The Kings should certainly be proud. A family of five, all writers, is really something. I'm going to have to place Joe Hill's "Heart-Shaped Box" on my TBR list but that's a mighty long list, so if any of you have already read it, tell us what you think of it, please.

12 comments:

  1. I haven't read it but have placed it on my TBR list too. Several from my book group have read it and have given it rave reviews!

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  2. That's good to hear, Amy. Looks like the little King apple didn't fall too far from the King tree, in that case. I'm going to check my county library system to see if I can reserve a copy.

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  3. My husband acquired Hill's book recently, hasn't begun reading it yet, but it looks really creepy. And when I saw Hill's bookflap photo, there was no doubt he was Stephen King's son :)

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  4. Even though I don't think I've read any of King's novels, I love the fact that the family is literary and that the kids are following in his footsteps.

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  5. Stefanie, I'd love to hear what your husband thinks of the book...or your own thoughts if you end up reading it. I don't read much "horror" anymore, but I'm really curious about the guy.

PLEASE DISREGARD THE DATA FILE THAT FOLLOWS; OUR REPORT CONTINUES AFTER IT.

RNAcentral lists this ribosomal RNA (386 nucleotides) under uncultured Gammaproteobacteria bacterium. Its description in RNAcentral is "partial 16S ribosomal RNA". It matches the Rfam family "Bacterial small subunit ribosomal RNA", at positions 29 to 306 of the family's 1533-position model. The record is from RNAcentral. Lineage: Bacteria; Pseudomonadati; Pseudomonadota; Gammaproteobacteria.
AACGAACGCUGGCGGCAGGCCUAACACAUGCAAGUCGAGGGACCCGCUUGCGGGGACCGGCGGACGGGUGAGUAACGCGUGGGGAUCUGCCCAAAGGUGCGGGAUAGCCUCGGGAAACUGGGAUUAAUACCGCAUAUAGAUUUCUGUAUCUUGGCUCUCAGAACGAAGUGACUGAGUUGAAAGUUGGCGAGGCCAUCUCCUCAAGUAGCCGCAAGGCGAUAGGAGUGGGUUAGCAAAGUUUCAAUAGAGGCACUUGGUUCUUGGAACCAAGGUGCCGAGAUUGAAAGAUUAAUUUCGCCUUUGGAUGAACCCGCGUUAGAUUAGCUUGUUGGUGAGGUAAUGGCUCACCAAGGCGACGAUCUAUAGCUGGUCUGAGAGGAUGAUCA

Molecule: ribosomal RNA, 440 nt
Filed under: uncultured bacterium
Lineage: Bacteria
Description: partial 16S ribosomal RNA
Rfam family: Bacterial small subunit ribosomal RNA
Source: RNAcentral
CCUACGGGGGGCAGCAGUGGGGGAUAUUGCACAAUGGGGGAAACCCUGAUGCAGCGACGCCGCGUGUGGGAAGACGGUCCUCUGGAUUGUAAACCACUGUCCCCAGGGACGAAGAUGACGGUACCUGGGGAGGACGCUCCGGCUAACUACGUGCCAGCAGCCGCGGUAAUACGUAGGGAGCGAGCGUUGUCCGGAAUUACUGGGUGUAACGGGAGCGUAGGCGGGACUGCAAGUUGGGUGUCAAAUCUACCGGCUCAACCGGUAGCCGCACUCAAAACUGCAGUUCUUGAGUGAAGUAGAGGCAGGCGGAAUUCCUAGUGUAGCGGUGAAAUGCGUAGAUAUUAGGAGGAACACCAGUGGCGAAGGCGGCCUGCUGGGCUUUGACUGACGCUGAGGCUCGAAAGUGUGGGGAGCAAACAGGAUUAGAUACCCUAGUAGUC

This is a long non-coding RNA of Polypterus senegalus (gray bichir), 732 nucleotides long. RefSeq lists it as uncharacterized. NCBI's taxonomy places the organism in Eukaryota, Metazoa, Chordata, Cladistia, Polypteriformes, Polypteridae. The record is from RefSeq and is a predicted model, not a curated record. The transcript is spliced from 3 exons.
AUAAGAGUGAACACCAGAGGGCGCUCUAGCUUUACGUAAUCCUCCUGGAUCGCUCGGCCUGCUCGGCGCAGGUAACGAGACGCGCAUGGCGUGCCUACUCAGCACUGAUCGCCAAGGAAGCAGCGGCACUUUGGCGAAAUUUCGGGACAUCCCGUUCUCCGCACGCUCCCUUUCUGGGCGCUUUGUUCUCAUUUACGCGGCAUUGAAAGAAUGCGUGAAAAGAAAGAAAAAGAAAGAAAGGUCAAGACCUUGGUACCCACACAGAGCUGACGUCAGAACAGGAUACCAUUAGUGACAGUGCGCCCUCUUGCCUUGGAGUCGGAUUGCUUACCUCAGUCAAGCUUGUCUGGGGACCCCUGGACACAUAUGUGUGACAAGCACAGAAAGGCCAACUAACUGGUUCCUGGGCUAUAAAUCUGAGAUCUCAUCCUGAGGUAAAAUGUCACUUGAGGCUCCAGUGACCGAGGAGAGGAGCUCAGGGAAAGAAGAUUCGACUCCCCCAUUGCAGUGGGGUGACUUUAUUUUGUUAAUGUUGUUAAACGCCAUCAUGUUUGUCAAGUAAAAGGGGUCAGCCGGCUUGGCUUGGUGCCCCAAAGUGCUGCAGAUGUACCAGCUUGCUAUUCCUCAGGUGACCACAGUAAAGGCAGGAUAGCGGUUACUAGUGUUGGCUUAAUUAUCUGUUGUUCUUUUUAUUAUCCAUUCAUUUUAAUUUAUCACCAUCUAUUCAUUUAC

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  6. That's really something,isn't it, Jenclair...mother, father and all three children are writing or have written books. That's pretty amazing when you think about it.

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  7. I just finished it... and it's very nearly the equal of Stephen King's best. Like all great horror fiction, it does not rely primarily on horror to hold your interest, but gives you characters to become committed to and language to savor as well.

    It reads like a movie -- extremely visual and atmospheric, reminding me in that sense of my personal favorite Stephen King, "Bag of Bones." It's wonderful to discover that the standard Stephen has set will be upheld by his son for at least another several decades.

    Dad must be very proud!

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  8. Sounds good...I do love it when the torch is passed to the next generation this way. It sure goes a long way toward proving that the science of genetics explains a lot of the talent that we see from generation to generation, doesn't it?